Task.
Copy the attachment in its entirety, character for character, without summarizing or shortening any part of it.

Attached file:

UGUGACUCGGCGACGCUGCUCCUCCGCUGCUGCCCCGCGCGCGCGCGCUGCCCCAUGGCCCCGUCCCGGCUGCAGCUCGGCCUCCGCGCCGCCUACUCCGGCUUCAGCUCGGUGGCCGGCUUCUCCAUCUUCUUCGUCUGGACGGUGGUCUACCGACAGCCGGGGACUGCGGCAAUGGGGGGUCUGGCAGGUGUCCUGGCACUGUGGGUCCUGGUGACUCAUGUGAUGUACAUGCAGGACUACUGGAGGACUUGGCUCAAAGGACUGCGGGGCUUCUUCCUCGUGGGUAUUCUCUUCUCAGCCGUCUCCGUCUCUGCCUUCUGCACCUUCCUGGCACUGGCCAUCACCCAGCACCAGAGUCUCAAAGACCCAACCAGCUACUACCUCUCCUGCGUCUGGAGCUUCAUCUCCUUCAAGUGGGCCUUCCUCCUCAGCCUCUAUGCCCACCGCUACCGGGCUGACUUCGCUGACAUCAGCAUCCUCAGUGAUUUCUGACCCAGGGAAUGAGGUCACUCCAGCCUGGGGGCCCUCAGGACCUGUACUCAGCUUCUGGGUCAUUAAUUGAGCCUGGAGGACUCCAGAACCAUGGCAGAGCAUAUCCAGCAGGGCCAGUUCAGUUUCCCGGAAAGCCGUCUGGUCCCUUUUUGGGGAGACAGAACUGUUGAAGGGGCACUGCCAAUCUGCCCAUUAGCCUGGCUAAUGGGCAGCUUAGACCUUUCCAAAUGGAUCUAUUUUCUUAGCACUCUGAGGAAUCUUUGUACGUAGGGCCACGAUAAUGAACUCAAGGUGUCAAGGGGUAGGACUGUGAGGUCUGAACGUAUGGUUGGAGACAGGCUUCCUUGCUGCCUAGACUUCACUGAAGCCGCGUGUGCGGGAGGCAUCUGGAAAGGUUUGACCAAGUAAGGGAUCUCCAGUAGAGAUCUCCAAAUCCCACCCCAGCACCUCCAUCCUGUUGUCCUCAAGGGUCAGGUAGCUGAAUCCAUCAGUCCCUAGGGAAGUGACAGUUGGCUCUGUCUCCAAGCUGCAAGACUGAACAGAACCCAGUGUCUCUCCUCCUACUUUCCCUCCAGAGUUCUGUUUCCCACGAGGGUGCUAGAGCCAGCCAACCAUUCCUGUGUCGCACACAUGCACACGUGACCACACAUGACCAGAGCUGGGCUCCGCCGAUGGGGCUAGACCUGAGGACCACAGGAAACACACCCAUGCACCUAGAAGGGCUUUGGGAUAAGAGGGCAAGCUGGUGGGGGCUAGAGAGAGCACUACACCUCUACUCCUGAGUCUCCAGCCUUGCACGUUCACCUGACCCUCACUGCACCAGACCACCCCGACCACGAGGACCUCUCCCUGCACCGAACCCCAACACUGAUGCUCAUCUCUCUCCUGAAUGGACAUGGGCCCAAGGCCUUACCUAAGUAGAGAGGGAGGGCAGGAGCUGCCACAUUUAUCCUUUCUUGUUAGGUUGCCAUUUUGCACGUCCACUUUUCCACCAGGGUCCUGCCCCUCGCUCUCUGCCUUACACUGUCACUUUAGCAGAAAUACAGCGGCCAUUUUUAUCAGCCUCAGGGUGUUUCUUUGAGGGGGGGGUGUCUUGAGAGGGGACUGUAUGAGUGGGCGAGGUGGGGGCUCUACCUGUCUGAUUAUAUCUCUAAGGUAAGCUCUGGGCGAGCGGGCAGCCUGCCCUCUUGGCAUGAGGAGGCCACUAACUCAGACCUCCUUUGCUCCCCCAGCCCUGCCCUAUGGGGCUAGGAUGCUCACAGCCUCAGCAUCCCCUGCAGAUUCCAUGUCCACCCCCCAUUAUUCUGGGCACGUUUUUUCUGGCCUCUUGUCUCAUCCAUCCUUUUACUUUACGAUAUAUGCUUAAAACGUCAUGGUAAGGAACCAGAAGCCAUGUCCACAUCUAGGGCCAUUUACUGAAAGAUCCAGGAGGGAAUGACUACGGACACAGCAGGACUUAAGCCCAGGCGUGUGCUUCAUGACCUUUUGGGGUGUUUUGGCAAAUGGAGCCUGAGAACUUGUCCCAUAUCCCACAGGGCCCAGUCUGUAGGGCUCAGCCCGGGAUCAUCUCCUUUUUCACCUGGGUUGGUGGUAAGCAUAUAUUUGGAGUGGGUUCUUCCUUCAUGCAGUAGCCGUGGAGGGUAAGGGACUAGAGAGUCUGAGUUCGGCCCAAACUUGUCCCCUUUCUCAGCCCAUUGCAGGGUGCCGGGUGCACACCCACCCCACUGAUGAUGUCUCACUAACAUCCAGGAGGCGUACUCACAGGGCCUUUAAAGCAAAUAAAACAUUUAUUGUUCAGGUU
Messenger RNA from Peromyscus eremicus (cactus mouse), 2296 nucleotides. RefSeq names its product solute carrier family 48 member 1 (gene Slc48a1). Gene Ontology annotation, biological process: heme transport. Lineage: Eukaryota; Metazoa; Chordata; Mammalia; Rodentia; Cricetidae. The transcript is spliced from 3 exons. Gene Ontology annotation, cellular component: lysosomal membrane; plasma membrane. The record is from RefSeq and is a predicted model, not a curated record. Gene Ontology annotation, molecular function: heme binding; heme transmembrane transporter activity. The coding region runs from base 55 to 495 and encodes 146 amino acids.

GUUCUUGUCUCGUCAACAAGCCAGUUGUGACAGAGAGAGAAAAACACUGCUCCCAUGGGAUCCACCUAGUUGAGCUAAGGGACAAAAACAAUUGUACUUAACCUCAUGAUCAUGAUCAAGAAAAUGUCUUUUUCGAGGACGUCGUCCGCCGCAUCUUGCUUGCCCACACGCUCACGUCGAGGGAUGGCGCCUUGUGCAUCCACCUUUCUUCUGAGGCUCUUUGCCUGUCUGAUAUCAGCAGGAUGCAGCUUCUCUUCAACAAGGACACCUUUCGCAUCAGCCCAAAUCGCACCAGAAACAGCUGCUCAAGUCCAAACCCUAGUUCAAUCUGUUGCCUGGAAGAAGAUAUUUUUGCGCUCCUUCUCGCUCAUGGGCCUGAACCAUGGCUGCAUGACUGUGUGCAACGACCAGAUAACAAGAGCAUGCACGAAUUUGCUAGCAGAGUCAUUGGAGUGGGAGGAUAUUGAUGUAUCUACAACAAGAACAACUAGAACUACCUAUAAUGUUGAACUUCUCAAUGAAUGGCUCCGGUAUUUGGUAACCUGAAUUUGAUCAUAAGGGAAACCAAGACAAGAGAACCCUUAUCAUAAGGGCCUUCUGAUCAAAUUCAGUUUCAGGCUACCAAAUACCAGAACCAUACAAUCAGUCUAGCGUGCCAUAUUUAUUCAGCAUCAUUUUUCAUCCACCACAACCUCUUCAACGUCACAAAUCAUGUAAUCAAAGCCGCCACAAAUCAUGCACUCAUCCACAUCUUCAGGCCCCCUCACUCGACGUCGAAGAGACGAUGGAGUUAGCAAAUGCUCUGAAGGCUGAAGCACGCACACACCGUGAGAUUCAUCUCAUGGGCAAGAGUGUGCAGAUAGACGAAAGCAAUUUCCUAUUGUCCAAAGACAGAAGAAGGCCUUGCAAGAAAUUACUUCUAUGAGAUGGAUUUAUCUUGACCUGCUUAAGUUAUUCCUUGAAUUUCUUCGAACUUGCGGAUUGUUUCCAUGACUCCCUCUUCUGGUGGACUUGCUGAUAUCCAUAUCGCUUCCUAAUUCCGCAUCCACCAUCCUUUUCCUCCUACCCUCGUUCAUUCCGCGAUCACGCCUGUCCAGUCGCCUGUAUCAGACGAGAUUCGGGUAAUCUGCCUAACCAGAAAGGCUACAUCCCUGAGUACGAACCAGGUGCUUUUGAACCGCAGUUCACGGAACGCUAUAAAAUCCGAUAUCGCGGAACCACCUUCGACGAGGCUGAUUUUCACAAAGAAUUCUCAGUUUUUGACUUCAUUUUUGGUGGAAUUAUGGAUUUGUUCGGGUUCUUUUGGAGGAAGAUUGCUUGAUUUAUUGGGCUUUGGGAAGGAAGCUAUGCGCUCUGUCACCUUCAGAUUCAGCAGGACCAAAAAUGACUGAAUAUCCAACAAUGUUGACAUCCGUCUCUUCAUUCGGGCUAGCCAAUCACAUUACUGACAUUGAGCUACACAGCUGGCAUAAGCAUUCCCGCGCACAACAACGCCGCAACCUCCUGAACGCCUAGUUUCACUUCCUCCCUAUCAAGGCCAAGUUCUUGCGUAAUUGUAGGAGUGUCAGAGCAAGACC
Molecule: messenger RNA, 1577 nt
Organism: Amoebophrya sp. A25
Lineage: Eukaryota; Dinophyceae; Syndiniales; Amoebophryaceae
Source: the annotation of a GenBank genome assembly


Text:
UGUGACUCGGCGACGCUGCUCCUCCGCUGCUGCCCCGCGCGCGCGCGCUGCCCCAUGGCCCCGUCCCGGCUGCAGCUCGGCCUCCGCGCCGCCUACUCCGGCUUCAGCUCGGUGGCCGGCUUCUCCAUCUUCUUCGUCUGGACGGUGGUCUACCGACAGCCGGGGACUGCGGCAAUGGGGGGUCUGGCAGGUGUCCUGGCACUGUGGGUCCUGGUGACUCAUGUGAUGUACAUGCAGGACUACUGGAGGACUUGGCUCAAAGGACUGCGGGGCUUCUUCCUCGUGGGUAUUCUCUUCUCAGCCGUCUCCGUCUCUGCCUUCUGCACCUUCCUGGCACUGGCCAUCACCCAGCACCAGAGUCUCAAAGACCCAACCAGCUACUACCUCUCCUGCGUCUGGAGCUUCAUCUCCUUCAAGUGGGCCUUCCUCCUCAGCCUCUAUGCCCACCGCUACCGGGCUGACUUCGCUGACAUCAGCAUCCUCAGUGAUUUCUGACCCAGGGAAUGAGGUCACUCCAGCCUGGGGGCCCUCAGGACCUGUACUCAGCUUCUGGGUCAUUAAUUGAGCCUGGAGGACUCCAGAACCAUGGCAGAGCAUAUCCAGCAGGGCCAGUUCAGUUUCCCGGAAAGCCGUCUGGUCCCUUUUUGGGGAGACAGAACUGUUGAAGGGGCACUGCCAAUCUGCCCAUUAGCCUGGCUAAUGGGCAGCUUAGACCUUUCCAAAUGGAUCUAUUUUCUUAGCACUCUGAGGAAUCUUUGUACGUAGGGCCACGAUAAUGAACUCAAGGUGUCAAGGGGUAGGACUGUGAGGUCUGAACGUAUGGUUGGAGACAGGCUUCCUUGCUGCCUAGACUUCACUGAAGCCGCGUGUGCGGGAGGCAUCUGGAAAGGUUUGACCAAGUAAGGGAUCUCCAGUAGAGAUCUCCAAAUCCCACCCCAGCACCUCCAUCCUGUUGUCCUCAAGGGUCAGGUAGCUGAAUCCAUCAGUCCCUAGGGAAGUGACAGUUGGCUCUGUCUCCAAGCUGCAAGACUGAACAGAACCCAGUGUCUCUCCUCCUACUUUCCCUCCAGAGUUCUGUUUCCCACGAGGGUGCUAGAGCCAGCCAACCAUUCCUGUGUCGCACACAUGCACACGUGACCACACAUGACCAGAGCUGGGCUCCGCCGAUGGGGCUAGACCUGAGGACCACAGGAAACACACCCAUGCACCUAGAAGGGCUUUGGGAUAAGAGGGCAAGCUGGUGGGGGCUAGAGAGAGCACUACACCUCUACUCCUGAGUCUCCAGCCUUGCACGUUCACCUGACCCUCACUGCACCAGACCACCCCGACCACGAGGACCUCUCCCUGCACCGAACCCCAACACUGAUGCUCAUCUCUCUCCUGAAUGGACAUGGGCCCAAGGCCUUACCUAAGUAGAGAGGGAGGGCAGGAGCUGCCACAUUUAUCCUUUCUUGUUAGGUUGCCAUUUUGCACGUCCACUUUUCCACCAGGGUCCUGCCCCUCGCUCUCUGCCUUACACUGUCACUUUAGCAGAAAUACAGCGGCCAUUUUUAUCAGCCUCAGGGUGUUUCUUUGAGGGGGGGGUGUCUUGAGAGGGGACUGUAUGAGUGGGCGAGGUGGGGGCUCUACCUGUCUGAUUAUAUCUCUAAGGUAAGCUCUGGGCGAGCGGGCAGCCUGCCCUCUUGGCAUGAGGAGGCCACUAACUCAGACCUCCUUUGCUCCCCCAGCCCUGCCCUAUGGGGCUAGGAUGCUCACAGCCUCAGCAUCCCCUGCAGAUUCCAUGUCCACCCCCCAUUAUUCUGGGCACGUUUUUUCUGGCCUCUUGUCUCAUCCAUCCUUUUACUUUACGAUAUAUGCUUAAAACGUCAUGGUAAGGAACCAGAAGCCAUGUCCACAUCUAGGGCCAUUUACUGAAAGAUCCAGGAGGGAAUGACUACGGACACAGCAGGACUUAAGCCCAGGCGUGUGCUUCAUGACCUUUUGGGGUGUUUUGGCAAAUGGAGCCUGAGAACUUGUCCCAUAUCCCACAGGGCCCAGUCUGUAGGGCUCAGCCCGGGAUCAUCUCCUUUUUCACCUGGGUUGGUGGUAAGCAUAUAUUUGGAGUGGGUUCUUCCUUCAUGCAGUAGCCGUGGAGGGUAAGGGACUAGAGAGUCUGAGUUCGGCCCAAACUUGUCCCCUUUCUCAGCCCAUUGCAGGGUGCCGGGUGCACACCCACCCCACUGAUGAUGUCUCACUAACAUCCAGGAGGCGUACUCACAGGGCCUUUAAAGCAAAUAAAACAUUUAUUGUUCAGGUU
Messenger RNA from Peromyscus eremicus (cactus mouse), 2296 nucleotides. RefSeq names its product solute carrier family 48 member 1 (gene Slc48a1). Gene Ontology annotation, biological process: heme transport. Lineage: Eukaryota; Metazoa; Chordata; Mammalia; Rodentia; Cricetidae. The transcript is spliced from 3 exons. Gene Ontology annotation, cellular component: lysosomal membrane; plasma membrane. The record is from RefSeq and is a predicted model, not a curated record. Gene Ontology annotation, molecular function: heme binding; heme transmembrane transporter activity. The coding region runs from base 55 to 495 and encodes 146 amino acids.

GUUCUUGUCUCGUCAACAAGCCAGUUGUGACAGAGAGAGAAAAACACUGCUCCCAUGGGAUCCACCUAGUUGAGCUAAGGGACAAAAACAAUUGUACUUAACCUCAUGAUCAUGAUCAAGAAAAUGUCUUUUUCGAGGACGUCGUCCGCCGCAUCUUGCUUGCCCACACGCUCACGUCGAGGGAUGGCGCCUUGUGCAUCCACCUUUCUUCUGAGGCUCUUUGCCUGUCUGAUAUCAGCAGGAUGCAGCUUCUCUUCAACAAGGACACCUUUCGCAUCAGCCCAAAUCGCACCAGAAACAGCUGCUCAAGUCCAAACCCUAGUUCAAUCUGUUGCCUGGAAGAAGAUAUUUUUGCGCUCCUUCUCGCUCAUGGGCCUGAACCAUGGCUGCAUGACUGUGUGCAACGACCAGAUAACAAGAGCAUGCACGAAUUUGCUAGCAGAGUCAUUGGAGUGGGAGGAUAUUGAUGUAUCUACAACAAGAACAACUAGAACUACCUAUAAUGUUGAACUUCUCAAUGAAUGGCUCCGGUAUUUGGUAACCUGAAUUUGAUCAUAAGGGAAACCAAGACAAGAGAACCCUUAUCAUAAGGGCCUUCUGAUCAAAUUCAGUUUCAGGCUACCAAAUACCAGAACCAUACAAUCAGUCUAGCGUGCCAUAUUUAUUCAGCAUCAUUUUUCAUCCACCACAACCUCUUCAACGUCACAAAUCAUGUAAUCAAAGCCGCCACAAAUCAUGCACUCAUCCACAUCUUCAGGCCCCCUCACUCGACGUCGAAGAGACGAUGGAGUUAGCAAAUGCUCUGAAGGCUGAAGCACGCACACACCGUGAGAUUCAUCUCAUGGGCAAGAGUGUGCAGAUAGACGAAAGCAAUUUCCUAUUGUCCAAAGACAGAAGAAGGCCUUGCAAGAAAUUACUUCUAUGAGAUGGAUUUAUCUUGACCUGCUUAAGUUAUUCCUUGAAUUUCUUCGAACUUGCGGAUUGUUUCCAUGACUCCCUCUUCUGGUGGACUUGCUGAUAUCCAUAUCGCUUCCUAAUUCCGCAUCCACCAUCCUUUUCCUCCUACCCUCGUUCAUUCCGCGAUCACGCCUGUCCAGUCGCCUGUAUCAGACGAGAUUCGGGUAAUCUGCCUAACCAGAAAGGCUACAUCCCUGAGUACGAACCAGGUGCUUUUGAACCGCAGUUCACGGAACGCUAUAAAAUCCGAUAUCGCGGAACCACCUUCGACGAGGCUGAUUUUCACAAAGAAUUCUCAGUUUUUGACUUCAUUUUUGGUGGAAUUAUGGAUUUGUUCGGGUUCUUUUGGAGGAAGAUUGCUUGAUUUAUUGGGCUUUGGGAAGGAAGCUAUGCGCUCUGUCACCUUCAGAUUCAGCAGGACCAAAAAUGACUGAAUAUCCAACAAUGUUGACAUCCGUCUCUUCAUUCGGGCUAGCCAAUCACAUUACUGACAUUGAGCUACACAGCUGGCAUAAGCAUUCCCGCGCACAACAACGCCGCAACCUCCUGAACGCCUAGUUUCACUUCCUCCCUAUCAAGGCCAAGUUCUUGCGUAAUUGUAGGAGUGUCAGAGCAAGACC
Molecule: messenger RNA, 1577 nt
Organism: Amoebophrya sp. A25
Lineage: Eukaryota; Dinophyceae; Syndiniales; Amoebophryaceae
Source: the annotation of a GenBank genome assembly